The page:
Back on the Farm

Posted by Robert on February 7th, 2018


BLACKBERRY FARM, WALLAND, TN— My wife and I first came here in the 1990s. We returned for our 10th wedding anniversary, and then started coming in the summer months after dropping our two children off at summer camp. Today we are here for our 25th wedding anniversary. After all of these years, and millions of miles travelled, all over the world, Blackberry Farm still feels like the most civilized 4,200 acres on the planet.

There are five-star hotels in major metropolitan capitals that certainly “wow” people. Europe’s Michelin-starred restaurants are very impressive. The service at most of those places is notable. Though I have yet to encounter a place— in America or Europe— that “feels” as good as Blackberry Farm. This place combines all of those elements in a serene, pastoral setting with world-class views. It’s 100% of what I love in a two to three-day getaway.

Nestled in the foothills of the Smokey Mountains about 40 miles south of Knoxville lies the most refined country inn I’ve ever known. The property is just over the mountain range from Pigeon Forge, yet it’s a world away. There is no golf course on the property, nor any of the typical things one would find at an archetypical American resort. At its core, Blackberry Farm is about food. That is why I connected to this place so many years ago.

In the 1970s, Sandy Beall and his wife Kreis, began the process of turning an old country inn into a small retreat. Refined and tastefully designed cottages were added around the time we discovered this place. In those days, the Beall’s son, Sam— who had just returned from a stint in California that included stops at culinary school, Cowgirl Creamery, The Ritz Carlton, and The French Laundry— was the sommelier in the main dining room. His mother, Kreiss Beall, seemed to be running the show. Over the next decade, Sam Beall took the culinary lessons, wine experience, and service training he gained in California and combined it with his childhood experience growing up at Blackberry Farm and turned this place into a first-class destination with impeccable service standards.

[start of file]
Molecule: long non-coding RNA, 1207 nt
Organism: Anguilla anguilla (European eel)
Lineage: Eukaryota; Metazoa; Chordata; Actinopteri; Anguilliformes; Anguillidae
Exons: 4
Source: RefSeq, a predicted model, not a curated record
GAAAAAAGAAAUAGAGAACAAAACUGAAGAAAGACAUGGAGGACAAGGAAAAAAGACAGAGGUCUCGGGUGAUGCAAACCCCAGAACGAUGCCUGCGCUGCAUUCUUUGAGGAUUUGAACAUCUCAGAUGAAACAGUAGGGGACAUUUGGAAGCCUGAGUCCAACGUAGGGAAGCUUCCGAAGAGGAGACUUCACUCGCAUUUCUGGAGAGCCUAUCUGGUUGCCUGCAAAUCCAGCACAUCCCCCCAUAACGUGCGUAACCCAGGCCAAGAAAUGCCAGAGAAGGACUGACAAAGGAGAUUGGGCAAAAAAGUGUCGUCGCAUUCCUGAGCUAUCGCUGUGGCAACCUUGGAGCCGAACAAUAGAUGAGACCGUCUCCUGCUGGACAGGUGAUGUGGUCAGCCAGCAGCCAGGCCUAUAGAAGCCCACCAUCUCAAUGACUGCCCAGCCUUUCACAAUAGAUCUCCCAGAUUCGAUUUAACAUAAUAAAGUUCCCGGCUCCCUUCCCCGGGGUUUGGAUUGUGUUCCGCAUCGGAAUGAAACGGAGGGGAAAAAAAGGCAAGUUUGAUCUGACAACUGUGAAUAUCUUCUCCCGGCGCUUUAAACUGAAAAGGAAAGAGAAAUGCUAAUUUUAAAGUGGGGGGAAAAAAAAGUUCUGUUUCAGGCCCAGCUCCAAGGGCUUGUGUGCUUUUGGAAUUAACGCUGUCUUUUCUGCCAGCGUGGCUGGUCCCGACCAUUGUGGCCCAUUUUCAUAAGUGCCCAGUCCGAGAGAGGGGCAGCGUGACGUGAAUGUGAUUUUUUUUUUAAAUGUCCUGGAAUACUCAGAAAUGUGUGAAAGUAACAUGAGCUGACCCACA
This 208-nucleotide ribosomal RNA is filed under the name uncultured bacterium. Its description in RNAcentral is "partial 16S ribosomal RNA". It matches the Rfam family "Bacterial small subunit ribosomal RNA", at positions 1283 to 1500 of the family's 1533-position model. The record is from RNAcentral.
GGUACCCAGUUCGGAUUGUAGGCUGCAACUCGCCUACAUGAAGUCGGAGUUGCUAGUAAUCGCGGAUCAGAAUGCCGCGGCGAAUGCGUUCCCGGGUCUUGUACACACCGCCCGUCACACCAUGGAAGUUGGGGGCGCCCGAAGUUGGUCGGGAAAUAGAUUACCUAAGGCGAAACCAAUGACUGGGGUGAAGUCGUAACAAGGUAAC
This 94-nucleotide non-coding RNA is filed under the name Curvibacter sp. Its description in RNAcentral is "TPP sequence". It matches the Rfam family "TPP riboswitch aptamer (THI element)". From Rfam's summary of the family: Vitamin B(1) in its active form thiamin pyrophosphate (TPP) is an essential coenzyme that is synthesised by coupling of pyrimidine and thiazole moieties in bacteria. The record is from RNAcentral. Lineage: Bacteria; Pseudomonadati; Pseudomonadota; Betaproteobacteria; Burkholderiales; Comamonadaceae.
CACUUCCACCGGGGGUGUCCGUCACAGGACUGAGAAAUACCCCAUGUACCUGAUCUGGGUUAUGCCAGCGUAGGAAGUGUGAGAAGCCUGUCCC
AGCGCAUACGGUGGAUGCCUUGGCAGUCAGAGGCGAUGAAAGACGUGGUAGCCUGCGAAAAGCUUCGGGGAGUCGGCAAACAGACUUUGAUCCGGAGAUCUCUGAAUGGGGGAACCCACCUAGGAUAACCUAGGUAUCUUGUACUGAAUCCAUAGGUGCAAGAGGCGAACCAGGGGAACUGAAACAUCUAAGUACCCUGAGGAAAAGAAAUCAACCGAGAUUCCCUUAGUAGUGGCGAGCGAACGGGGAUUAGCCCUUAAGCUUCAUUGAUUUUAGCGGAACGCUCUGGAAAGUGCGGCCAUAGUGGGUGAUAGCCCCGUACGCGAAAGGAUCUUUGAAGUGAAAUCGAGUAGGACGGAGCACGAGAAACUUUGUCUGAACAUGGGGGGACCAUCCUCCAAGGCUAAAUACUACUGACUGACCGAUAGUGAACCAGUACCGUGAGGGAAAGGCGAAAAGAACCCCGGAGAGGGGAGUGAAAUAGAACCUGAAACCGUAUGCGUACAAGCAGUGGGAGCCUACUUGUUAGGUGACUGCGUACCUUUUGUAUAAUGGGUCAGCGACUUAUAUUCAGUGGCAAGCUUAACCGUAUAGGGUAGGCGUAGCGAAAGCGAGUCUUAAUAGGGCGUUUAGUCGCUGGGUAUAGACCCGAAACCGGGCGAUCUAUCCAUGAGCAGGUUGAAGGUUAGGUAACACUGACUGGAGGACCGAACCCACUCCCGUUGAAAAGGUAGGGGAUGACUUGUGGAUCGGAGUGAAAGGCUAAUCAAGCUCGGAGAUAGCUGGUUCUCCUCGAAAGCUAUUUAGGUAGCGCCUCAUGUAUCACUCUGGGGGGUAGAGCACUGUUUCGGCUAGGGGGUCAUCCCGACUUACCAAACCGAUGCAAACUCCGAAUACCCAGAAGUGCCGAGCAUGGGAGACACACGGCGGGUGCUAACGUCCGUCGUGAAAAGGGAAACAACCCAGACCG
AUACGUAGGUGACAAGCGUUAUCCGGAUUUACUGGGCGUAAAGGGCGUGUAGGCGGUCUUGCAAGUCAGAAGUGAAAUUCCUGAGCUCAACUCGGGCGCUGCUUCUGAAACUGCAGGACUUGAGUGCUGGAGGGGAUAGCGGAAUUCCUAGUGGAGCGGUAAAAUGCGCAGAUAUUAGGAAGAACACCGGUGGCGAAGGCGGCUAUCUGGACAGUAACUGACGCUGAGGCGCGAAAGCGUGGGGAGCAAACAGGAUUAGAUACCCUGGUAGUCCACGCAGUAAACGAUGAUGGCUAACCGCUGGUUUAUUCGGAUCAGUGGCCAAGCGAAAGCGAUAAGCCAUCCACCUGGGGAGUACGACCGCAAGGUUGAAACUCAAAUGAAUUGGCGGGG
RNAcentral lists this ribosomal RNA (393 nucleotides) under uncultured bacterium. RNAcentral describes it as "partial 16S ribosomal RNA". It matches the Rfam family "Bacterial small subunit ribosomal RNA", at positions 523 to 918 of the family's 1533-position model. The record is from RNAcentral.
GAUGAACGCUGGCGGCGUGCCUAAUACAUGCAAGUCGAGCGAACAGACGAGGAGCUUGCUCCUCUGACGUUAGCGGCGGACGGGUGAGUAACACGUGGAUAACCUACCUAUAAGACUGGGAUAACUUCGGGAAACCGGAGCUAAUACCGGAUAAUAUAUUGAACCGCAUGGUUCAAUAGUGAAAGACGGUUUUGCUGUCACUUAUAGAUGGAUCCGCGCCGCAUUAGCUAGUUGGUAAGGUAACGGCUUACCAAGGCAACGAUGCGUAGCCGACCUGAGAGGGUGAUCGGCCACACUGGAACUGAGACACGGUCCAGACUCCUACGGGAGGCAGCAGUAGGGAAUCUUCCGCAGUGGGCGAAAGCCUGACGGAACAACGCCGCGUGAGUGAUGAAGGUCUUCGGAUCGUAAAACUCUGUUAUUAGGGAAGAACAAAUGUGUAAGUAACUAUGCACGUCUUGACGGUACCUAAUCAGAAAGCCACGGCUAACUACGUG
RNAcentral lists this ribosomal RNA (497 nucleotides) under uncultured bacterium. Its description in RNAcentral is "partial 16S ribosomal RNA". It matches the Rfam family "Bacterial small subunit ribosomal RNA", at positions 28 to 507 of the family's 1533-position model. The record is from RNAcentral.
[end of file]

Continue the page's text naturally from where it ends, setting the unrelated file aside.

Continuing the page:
Sadly, Sam Beall passed away in a tragic skiing accident two years ago. His wife, Mary Celeste Beal, has taken over as proprietor, and hasn’t missed a beat. Under her husband’s vision, this place grew from a small country inn to a world-class food, wine, and music destination that has hosted some of the greatest artisans, chefs, winemakers, and artists from across the globe. There is no reason to think that the Beall vision won’t be realized for generations to come.

The property runs on the American plan and all meals and lodging are included in the price of the stay. Breakfast is served in the main house (the original inn). Lunch is served there, too, but can also be packed as a picnic and delivered at any place on the property. Dinner is also served in the main house, but several years ago, Sam Beall realized a lifelong vision and built a culinary cathedral that celebrates Southern dining in a unique and refined way in an impressive building they call The Barn.

Beall’s barn is unlike any barn on the planet, with a cellar that houses one of the largest private wine collections in the country. Blackberry’s culinary reputation was birthed by Chef John Fleer, though it was Sam Beall who took it to world-class heights at The Barn.

When the barn was built, Beall brought on a master gardener, John Coykendall, to grow vegetables. Coykedall’s knowledge of heirloom seeds and vegetables is extensive. The first time I met him, he asked me where I lived. After I told him, he walked to the back of his gardening shed and started digging around in a few small seed-bin drawers and pulled out some heirloom purple-hull pea seeds from a long-forgotten variety that were grown in Lawrence County, Mississippi, 45-miles west of my hometown. I recently read an article about Coykendall’s discovery of a Pearl River County, Mississippi peanut that had been grown down there by a family since the 1850s. I plan to stop by the gardeners shed to see if I can talk him out of a few of those, too.

People seem to fall into two getaway categories— beach or mountain. I have never really thought about it before now, but if someone were to ask my three favorite getaway locations in all of the world, I would have to say the hills of Tuscany, the Rocky Mountains, and the foothills of the Smokies at Blackberry Farm.

File us under “mountain.” It’s good to be back.

Onward.

 


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